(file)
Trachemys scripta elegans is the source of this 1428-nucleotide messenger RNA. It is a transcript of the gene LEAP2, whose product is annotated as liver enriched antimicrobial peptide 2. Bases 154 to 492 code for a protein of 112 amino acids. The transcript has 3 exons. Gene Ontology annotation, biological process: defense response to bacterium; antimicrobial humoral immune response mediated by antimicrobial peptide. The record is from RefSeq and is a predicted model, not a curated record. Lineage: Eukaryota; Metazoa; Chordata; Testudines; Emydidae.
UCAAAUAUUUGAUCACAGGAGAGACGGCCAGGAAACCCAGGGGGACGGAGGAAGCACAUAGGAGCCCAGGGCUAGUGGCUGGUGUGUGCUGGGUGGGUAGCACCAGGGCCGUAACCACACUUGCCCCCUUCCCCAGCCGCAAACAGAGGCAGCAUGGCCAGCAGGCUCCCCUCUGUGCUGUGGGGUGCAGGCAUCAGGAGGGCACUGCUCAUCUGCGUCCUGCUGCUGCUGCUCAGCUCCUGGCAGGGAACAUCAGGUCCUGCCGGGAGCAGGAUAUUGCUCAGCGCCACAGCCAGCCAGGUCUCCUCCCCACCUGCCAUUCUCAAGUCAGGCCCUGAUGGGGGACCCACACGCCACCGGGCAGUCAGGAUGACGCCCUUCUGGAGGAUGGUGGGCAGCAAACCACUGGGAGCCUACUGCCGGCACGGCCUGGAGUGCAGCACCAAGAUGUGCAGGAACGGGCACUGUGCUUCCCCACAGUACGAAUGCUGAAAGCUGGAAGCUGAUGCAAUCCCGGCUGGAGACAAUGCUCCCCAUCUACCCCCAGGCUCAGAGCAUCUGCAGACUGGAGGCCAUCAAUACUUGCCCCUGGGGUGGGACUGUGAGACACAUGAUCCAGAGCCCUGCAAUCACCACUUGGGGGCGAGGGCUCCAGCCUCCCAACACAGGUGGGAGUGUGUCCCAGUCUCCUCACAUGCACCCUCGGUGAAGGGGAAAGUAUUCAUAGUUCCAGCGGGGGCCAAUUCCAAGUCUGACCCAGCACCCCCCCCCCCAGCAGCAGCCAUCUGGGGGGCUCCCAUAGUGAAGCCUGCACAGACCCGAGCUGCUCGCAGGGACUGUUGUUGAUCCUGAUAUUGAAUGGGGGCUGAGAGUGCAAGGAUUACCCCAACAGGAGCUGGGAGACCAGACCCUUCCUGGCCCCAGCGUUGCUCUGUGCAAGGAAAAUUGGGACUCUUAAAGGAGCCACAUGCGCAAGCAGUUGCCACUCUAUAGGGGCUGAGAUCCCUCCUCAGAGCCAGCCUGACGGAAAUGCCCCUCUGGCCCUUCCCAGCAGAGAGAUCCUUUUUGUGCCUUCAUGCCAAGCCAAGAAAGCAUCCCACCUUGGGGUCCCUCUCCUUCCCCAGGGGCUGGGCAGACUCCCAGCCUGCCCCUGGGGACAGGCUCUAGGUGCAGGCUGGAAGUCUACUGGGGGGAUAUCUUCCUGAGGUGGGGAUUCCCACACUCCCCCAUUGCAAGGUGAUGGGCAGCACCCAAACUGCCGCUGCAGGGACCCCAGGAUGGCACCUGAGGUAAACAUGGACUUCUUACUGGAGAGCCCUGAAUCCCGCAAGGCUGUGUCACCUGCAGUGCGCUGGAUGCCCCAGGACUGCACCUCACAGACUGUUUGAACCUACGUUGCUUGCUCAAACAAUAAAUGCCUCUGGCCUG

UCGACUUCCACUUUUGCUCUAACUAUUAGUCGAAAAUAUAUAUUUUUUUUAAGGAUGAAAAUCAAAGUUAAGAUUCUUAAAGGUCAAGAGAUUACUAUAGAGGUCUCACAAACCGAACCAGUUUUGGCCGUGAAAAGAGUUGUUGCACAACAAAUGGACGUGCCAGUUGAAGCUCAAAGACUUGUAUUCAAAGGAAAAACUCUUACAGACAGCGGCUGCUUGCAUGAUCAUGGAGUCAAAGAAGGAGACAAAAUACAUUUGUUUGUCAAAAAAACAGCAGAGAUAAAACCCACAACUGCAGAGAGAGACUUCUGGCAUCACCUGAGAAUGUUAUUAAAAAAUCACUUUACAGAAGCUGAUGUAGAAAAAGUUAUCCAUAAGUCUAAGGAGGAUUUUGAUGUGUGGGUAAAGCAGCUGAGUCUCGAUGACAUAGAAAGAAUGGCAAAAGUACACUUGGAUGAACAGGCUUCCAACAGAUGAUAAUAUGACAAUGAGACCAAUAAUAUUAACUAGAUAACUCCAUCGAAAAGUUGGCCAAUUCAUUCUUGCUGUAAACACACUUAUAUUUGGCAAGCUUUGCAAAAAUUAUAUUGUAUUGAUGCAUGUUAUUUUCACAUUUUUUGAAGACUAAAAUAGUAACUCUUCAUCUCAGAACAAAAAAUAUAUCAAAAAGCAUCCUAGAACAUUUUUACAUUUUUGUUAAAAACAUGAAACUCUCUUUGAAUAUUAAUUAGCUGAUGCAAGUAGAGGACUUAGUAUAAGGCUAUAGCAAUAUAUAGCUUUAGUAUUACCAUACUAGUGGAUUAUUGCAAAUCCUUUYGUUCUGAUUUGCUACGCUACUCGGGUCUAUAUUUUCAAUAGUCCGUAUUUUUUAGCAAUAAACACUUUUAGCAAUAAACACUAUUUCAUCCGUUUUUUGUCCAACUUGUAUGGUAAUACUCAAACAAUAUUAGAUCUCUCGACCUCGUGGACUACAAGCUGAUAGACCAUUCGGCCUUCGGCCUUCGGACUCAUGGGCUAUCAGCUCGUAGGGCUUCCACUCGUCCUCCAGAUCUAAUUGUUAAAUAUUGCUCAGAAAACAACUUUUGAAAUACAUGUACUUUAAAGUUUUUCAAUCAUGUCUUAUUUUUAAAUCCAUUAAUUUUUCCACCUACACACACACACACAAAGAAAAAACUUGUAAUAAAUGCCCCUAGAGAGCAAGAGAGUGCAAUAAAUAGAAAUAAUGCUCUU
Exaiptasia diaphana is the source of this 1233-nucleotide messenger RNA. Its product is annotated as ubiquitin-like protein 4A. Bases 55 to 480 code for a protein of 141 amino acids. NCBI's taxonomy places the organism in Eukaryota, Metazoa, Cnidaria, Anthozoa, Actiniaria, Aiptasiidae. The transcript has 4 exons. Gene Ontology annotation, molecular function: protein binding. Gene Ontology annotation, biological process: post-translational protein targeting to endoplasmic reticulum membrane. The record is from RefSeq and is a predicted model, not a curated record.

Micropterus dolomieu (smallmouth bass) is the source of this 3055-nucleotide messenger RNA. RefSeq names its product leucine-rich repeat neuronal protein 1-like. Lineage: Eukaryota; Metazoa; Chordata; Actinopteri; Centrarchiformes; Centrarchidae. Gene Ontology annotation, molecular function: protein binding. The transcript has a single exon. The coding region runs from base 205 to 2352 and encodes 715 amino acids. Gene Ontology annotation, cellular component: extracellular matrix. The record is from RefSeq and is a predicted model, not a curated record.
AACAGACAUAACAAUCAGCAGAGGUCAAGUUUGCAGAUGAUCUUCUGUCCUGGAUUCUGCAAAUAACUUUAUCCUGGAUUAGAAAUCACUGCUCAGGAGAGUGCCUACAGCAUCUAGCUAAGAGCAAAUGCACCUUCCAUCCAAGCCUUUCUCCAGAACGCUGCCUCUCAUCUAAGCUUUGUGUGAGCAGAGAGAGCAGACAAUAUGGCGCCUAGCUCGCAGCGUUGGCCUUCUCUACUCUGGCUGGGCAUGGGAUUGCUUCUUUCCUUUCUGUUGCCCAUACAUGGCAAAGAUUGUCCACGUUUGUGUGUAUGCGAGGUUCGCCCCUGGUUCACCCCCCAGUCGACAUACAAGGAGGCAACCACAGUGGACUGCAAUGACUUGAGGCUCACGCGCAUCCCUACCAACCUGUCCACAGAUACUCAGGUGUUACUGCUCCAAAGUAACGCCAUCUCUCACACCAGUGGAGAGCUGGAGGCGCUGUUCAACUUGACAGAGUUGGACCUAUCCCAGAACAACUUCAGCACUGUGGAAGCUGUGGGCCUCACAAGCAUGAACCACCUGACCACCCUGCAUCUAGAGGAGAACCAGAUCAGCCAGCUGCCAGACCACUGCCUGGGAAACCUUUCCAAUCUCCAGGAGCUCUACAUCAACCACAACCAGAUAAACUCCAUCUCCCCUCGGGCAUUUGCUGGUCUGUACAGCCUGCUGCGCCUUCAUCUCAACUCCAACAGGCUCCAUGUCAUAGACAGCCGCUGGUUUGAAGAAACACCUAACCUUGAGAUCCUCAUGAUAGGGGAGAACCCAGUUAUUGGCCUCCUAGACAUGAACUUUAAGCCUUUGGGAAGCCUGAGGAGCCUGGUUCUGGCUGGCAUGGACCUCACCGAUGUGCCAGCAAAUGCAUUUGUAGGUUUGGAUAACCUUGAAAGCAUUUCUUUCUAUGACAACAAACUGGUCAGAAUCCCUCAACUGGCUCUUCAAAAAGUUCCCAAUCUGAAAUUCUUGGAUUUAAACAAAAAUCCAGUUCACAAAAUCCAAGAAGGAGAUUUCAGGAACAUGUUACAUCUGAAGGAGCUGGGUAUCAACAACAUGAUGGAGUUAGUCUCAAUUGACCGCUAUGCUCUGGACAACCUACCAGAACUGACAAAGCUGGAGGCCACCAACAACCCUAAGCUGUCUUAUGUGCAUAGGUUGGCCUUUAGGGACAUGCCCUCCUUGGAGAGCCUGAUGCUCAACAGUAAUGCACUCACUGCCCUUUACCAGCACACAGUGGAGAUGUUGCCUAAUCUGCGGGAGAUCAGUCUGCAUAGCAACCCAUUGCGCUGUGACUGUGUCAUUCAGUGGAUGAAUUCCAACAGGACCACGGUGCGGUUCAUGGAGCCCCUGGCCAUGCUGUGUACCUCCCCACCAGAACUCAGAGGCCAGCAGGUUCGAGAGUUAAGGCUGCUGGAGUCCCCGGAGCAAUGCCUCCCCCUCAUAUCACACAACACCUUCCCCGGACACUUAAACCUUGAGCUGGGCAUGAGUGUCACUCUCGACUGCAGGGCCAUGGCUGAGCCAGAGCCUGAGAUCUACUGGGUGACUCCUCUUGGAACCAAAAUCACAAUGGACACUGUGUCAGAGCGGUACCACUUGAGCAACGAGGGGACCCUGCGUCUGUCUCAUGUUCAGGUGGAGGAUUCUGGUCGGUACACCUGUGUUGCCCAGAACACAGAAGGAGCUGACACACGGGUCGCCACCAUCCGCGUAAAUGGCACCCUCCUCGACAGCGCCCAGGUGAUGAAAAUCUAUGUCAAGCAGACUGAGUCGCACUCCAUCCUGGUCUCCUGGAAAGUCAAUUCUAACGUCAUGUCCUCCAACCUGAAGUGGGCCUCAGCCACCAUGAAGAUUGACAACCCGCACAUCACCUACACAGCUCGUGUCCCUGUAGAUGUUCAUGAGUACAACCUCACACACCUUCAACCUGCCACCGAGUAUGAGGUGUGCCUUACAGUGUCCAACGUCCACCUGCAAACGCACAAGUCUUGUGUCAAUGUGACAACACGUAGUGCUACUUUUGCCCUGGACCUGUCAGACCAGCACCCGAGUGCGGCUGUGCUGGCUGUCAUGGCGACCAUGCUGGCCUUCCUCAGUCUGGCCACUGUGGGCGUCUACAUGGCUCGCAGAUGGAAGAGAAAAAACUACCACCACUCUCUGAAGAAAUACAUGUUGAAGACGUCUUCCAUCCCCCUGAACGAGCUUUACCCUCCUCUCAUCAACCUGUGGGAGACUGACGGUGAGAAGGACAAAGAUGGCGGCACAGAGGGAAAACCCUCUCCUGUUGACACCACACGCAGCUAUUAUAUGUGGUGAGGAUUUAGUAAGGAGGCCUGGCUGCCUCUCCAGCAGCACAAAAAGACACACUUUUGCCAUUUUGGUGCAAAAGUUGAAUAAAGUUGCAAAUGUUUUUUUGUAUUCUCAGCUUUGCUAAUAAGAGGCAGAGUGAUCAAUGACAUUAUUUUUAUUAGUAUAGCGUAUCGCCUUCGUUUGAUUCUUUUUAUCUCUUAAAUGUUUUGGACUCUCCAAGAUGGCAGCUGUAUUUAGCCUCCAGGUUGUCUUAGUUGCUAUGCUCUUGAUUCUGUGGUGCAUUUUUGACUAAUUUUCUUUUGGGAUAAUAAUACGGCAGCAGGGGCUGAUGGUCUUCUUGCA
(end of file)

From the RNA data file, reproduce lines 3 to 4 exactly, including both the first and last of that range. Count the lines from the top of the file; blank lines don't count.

UCGACUUCCACUUUUGCUCUAACUAUUAGUCGAAAAUAUAUAUUUUUUUUAAGGAUGAAAAUCAAAGUUAAGAUUCUUAAAGGUCAAGAGAUUACUAUAGAGGUCUCACAAACCGAACCAGUUUUGGCCGUGAAAAGAGUUGUUGCACAACAAAUGGACGUGCCAGUUGAAGCUCAAAGACUUGUAUUCAAAGGAAAAACUCUUACAGACAGCGGCUGCUUGCAUGAUCAUGGAGUCAAAGAAGGAGACAAAAUACAUUUGUUUGUCAAAAAAACAGCAGAGAUAAAACCCACAACUGCAGAGAGAGACUUCUGGCAUCACCUGAGAAUGUUAUUAAAAAAUCACUUUACAGAAGCUGAUGUAGAAAAAGUUAUCCAUAAGUCUAAGGAGGAUUUUGAUGUGUGGGUAAAGCAGCUGAGUCUCGAUGACAUAGAAAGAAUGGCAAAAGUACACUUGGAUGAACAGGCUUCCAACAGAUGAUAAUAUGACAAUGAGACCAAUAAUAUUAACUAGAUAACUCCAUCGAAAAGUUGGCCAAUUCAUUCUUGCUGUAAACACACUUAUAUUUGGCAAGCUUUGCAAAAAUUAUAUUGUAUUGAUGCAUGUUAUUUUCACAUUUUUUGAAGACUAAAAUAGUAACUCUUCAUCUCAGAACAAAAAAUAUAUCAAAAAGCAUCCUAGAACAUUUUUACAUUUUUGUUAAAAACAUGAAACUCUCUUUGAAUAUUAAUUAGCUGAUGCAAGUAGAGGACUUAGUAUAAGGCUAUAGCAAUAUAUAGCUUUAGUAUUACCAUACUAGUGGAUUAUUGCAAAUCCUUUYGUUCUGAUUUGCUACGCUACUCGGGUCUAUAUUUUCAAUAGUCCGUAUUUUUUAGCAAUAAACACUUUUAGCAAUAAACACUAUUUCAUCCGUUUUUUGUCCAACUUGUAUGGUAAUACUCAAACAAUAUUAGAUCUCUCGACCUCGUGGACUACAAGCUGAUAGACCAUUCGGCCUUCGGCCUUCGGACUCAUGGGCUAUCAGCUCGUAGGGCUUCCACUCGUCCUCCAGAUCUAAUUGUUAAAUAUUGCUCAGAAAACAACUUUUGAAAUACAUGUACUUUAAAGUUUUUCAAUCAUGUCUUAUUUUUAAAUCCAUUAAUUUUUCCACCUACACACACACACACAAAGAAAAAACUUGUAAUAAAUGCCCCUAGAGAGCAAGAGAGUGCAAUAAAUAGAAAUAAUGCUCUU
Exaiptasia diaphana is the source of this 1233-nucleotide messenger RNA. Its product is annotated as ubiquitin-like protein 4A. Bases 55 to 480 code for a protein of 141 amino acids. NCBI's taxonomy places the organism in Eukaryota, Metazoa, Cnidaria, Anthozoa, Actiniaria, Aiptasiidae. The transcript has 4 exons. Gene Ontology annotation, molecular function: protein binding. Gene Ontology annotation, biological process: post-translational protein targeting to endoplasmic reticulum membrane. The record is from RefSeq and is a predicted model, not a curated record.